7. Pat says:

    Apparently, Jackie P. passed away in 2003, and Charles R. in 2018. Two of the three witnesses that saw the murderer jump from the bedroom window at 1526 Woodland, at approximately 11:00 pm on 04/29/1962.

  8. Sharon Peckham says:

    I really don’t know why but I’ve always remembered this case. I didn’t know Ramona and had no idea who she is until I heard about her murder. I would love to talk to family members to let them know that she’s being remembered even by strangers who didn’t know her.

  9. Merlehay says:

    Why do you describe a 5’8″, 130 pound woman as “stout”? She would actually appear rather thin.

  10. Marie says:

    The story I heard about this murder had nothing to do with the rough crowd, she may or may not of hung around.
    I heard the killer cut more than her throat, that the body hair left of her body was that of a white and black mix. That she had received anonymous phone calls, for awhile before she was killed.
    It was also possible he was a serial killer, that worked as a fry cook. And often changed jobs traveling between Des Moines and Chicago.
    That some believed he was also responsible for a second murder in Des Moines. Who had also received anonymous calls before her murder, in her own home, much the same, the only difference was the weapon used. Might all be just gossip.

    • Melanie Wood says:

      She was into going to bars and said to have a few male friends. I would suspect one of these persons first. I am not indicating there was anything bad about her character. It has been stated a man called a neighbor a few days before and asked “Who is that neighbor woman next door”. The man did not tell him. It was also stated mixed race hair found. There was a 25 yr old mixed race man known to hate whites that confessed to the crime. He later said he made it up just to confuse things. A 14 yr old neighbor boy was questioned and by the parents consent gave him a lie detector. He was released. But he had admittedly been in the basement apartment where the linoleum knife originally was. Also he had been caught peeking in her windows. A well dressed man was seen sitting on her couch that evening. It was stated it appeared she was putting in rollers in her hair at the time she was attacked from behind. To me this indicates it was someone she knew. A few decent suspects.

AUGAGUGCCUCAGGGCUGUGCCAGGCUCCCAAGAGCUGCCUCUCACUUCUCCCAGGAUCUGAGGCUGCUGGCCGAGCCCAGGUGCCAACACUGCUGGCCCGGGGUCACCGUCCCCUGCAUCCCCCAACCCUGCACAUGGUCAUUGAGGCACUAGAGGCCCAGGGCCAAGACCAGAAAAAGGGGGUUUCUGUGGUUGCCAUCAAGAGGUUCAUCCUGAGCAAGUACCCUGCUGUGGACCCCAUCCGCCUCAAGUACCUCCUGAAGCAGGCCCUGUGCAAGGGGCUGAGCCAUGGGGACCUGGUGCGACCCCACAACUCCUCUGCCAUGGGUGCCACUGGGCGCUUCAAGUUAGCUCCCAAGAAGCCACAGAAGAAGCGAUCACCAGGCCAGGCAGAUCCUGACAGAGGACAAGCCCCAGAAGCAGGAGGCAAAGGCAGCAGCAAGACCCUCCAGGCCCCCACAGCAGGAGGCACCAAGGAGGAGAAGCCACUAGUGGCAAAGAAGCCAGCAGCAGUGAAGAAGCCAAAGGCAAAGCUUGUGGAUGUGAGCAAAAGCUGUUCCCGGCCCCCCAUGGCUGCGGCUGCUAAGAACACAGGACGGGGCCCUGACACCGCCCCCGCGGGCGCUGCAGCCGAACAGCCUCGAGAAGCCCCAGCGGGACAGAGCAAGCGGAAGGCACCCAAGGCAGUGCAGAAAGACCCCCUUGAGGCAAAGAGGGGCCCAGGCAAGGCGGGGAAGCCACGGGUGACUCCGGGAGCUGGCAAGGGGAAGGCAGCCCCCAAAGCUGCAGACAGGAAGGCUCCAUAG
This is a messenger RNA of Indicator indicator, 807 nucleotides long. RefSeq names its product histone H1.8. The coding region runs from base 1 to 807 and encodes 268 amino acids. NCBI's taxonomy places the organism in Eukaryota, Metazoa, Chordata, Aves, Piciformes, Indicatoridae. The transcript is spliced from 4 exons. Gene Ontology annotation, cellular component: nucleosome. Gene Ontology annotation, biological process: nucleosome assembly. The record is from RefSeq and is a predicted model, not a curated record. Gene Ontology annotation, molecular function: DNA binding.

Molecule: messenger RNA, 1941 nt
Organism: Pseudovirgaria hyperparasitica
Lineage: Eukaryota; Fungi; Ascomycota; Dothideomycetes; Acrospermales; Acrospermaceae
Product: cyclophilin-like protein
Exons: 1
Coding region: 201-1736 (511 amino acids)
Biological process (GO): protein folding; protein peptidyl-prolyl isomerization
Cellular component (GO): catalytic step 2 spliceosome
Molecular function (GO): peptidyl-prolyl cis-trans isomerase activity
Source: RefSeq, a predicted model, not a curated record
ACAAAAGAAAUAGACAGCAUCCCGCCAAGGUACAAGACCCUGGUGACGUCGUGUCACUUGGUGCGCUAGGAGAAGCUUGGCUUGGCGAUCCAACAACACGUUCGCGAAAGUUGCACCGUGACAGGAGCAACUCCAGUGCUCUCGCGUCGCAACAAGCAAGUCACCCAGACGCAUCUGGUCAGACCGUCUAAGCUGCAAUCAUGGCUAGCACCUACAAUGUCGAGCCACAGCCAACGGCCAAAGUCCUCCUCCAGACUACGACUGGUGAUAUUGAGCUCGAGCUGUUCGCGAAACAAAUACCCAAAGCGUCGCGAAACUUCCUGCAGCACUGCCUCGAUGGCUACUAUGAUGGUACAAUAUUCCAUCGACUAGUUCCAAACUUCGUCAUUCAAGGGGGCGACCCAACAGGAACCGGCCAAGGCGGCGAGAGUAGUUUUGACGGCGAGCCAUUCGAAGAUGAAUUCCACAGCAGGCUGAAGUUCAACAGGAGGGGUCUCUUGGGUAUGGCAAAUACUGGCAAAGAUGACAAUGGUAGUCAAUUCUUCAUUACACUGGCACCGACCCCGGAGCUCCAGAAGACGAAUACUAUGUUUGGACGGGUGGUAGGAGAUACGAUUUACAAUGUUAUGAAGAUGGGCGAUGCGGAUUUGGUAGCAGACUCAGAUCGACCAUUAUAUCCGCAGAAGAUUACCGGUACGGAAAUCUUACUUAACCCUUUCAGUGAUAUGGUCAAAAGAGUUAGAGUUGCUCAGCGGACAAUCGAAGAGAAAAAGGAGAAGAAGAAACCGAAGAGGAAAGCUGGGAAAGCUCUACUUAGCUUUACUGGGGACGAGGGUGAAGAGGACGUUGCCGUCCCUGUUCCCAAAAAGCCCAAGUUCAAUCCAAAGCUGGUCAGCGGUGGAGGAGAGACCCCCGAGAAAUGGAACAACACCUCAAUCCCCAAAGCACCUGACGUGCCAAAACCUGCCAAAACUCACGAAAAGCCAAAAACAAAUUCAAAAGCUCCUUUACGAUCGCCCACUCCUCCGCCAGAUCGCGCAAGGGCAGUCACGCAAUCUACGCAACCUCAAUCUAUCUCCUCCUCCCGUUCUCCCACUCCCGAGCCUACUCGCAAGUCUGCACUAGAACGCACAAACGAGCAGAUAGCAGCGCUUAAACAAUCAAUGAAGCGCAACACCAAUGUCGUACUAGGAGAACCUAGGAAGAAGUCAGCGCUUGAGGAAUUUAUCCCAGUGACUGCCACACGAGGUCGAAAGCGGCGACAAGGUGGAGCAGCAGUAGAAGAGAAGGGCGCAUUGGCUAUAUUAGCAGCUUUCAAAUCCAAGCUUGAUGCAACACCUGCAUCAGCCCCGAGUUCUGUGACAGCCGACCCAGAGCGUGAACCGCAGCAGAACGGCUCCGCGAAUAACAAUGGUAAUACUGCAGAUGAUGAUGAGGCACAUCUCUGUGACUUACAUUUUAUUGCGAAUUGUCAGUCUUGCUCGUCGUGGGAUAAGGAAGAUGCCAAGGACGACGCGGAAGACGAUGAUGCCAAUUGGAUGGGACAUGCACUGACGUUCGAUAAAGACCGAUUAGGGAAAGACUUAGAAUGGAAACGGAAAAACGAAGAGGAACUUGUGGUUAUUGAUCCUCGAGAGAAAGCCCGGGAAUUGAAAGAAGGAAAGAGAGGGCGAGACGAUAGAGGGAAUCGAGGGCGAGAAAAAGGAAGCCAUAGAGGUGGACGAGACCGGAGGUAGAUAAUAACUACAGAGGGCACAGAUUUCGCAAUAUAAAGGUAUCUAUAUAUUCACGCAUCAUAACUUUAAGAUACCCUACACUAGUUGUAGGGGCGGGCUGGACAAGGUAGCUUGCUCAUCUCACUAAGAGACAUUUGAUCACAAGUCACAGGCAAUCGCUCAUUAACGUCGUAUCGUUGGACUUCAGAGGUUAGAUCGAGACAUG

11. This is very heart breaking.

  12. Good heavens she was killed in DM on Woodland –she was from Moravia. — the most likely perp is now deceased —PD was fairly confident of his identity . RIP mall town girl RIP